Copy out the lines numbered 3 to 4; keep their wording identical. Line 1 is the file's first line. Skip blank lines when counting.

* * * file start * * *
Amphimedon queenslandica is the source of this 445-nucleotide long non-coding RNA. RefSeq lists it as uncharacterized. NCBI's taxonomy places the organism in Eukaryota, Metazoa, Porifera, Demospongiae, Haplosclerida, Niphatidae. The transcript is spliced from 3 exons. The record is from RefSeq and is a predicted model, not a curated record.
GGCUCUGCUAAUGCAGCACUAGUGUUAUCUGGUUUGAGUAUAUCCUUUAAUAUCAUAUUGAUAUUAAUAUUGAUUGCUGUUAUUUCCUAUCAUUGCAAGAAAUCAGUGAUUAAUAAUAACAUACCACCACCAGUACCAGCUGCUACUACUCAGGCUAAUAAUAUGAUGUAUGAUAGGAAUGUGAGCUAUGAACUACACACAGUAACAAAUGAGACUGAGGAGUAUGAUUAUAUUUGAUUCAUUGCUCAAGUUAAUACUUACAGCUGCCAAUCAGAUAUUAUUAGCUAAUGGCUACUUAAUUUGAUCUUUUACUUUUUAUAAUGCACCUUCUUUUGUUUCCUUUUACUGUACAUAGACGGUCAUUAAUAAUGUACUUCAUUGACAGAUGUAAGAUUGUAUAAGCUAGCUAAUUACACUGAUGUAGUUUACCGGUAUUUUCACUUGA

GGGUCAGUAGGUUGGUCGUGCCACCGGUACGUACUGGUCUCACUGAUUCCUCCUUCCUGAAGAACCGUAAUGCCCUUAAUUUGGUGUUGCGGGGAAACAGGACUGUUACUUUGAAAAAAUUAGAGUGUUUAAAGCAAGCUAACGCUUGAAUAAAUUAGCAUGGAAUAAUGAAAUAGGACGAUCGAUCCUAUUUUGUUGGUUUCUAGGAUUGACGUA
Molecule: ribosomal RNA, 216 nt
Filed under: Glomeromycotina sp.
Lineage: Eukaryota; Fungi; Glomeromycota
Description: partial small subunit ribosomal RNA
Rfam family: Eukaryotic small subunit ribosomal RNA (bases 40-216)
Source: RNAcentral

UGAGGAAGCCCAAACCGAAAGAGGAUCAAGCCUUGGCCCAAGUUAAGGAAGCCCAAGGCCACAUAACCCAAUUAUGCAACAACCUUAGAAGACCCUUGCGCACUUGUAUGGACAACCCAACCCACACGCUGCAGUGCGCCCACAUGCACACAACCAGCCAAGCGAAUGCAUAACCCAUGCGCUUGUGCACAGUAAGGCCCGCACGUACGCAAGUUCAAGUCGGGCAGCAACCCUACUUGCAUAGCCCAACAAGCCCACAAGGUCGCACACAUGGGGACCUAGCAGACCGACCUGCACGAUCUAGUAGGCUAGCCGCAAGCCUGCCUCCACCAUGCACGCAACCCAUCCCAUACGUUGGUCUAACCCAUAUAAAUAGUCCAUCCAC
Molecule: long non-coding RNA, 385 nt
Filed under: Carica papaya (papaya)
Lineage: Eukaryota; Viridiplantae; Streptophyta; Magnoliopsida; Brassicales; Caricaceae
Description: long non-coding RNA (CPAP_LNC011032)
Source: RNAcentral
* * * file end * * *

GGGUCAGUAGGUUGGUCGUGCCACCGGUACGUACUGGUCUCACUGAUUCCUCCUUCCUGAAGAACCGUAAUGCCCUUAAUUUGGUGUUGCGGGGAAACAGGACUGUUACUUUGAAAAAAUUAGAGUGUUUAAAGCAAGCUAACGCUUGAAUAAAUUAGCAUGGAAUAAUGAAAUAGGACGAUCGAUCCUAUUUUGUUGGUUUCUAGGAUUGACGUA
Molecule: ribosomal RNA, 216 nt